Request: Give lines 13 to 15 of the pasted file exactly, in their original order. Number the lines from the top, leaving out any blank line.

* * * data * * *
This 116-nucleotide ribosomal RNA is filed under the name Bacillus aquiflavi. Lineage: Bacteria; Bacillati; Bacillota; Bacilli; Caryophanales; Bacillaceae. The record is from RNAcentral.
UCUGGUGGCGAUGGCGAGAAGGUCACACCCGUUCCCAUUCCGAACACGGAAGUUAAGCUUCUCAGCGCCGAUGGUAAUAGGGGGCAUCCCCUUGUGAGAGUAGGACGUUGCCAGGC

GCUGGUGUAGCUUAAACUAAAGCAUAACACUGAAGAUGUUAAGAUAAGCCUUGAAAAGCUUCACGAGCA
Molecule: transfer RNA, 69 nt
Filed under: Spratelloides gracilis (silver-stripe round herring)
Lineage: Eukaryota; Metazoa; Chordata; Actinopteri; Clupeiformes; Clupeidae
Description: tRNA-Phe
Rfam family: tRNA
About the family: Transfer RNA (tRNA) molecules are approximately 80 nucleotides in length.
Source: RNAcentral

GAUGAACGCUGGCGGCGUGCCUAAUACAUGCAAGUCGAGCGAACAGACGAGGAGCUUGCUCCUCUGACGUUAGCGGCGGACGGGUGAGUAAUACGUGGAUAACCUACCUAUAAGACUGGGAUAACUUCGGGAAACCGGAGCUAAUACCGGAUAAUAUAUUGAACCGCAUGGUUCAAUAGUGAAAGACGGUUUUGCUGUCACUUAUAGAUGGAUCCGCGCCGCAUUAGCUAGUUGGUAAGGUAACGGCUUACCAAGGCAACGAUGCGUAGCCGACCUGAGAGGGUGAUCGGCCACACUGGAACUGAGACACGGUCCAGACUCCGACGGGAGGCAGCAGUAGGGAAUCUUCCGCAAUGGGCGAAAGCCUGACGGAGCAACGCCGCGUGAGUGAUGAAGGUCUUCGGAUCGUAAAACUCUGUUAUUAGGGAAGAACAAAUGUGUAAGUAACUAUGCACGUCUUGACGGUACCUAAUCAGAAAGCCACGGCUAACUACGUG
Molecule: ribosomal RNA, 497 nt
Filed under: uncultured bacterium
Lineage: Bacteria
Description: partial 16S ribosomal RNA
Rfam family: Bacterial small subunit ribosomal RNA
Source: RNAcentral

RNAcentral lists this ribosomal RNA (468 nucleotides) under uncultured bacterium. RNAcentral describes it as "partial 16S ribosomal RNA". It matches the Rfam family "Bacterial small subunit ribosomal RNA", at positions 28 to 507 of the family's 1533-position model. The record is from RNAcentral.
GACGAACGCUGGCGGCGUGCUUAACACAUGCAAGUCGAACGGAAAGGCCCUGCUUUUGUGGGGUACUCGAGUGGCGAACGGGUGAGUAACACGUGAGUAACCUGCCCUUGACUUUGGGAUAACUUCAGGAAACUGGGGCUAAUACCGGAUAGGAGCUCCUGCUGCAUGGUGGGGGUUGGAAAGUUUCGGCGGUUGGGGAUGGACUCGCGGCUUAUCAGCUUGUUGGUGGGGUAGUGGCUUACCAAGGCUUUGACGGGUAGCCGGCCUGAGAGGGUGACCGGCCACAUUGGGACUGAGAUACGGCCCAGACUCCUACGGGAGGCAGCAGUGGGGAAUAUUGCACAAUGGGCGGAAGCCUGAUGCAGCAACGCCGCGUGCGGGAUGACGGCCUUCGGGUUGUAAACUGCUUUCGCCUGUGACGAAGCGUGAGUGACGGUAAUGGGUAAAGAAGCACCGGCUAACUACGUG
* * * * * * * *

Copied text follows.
Filed under: uncultured bacterium
Lineage: Bacteria
Description: partial 16S ribosomal RNA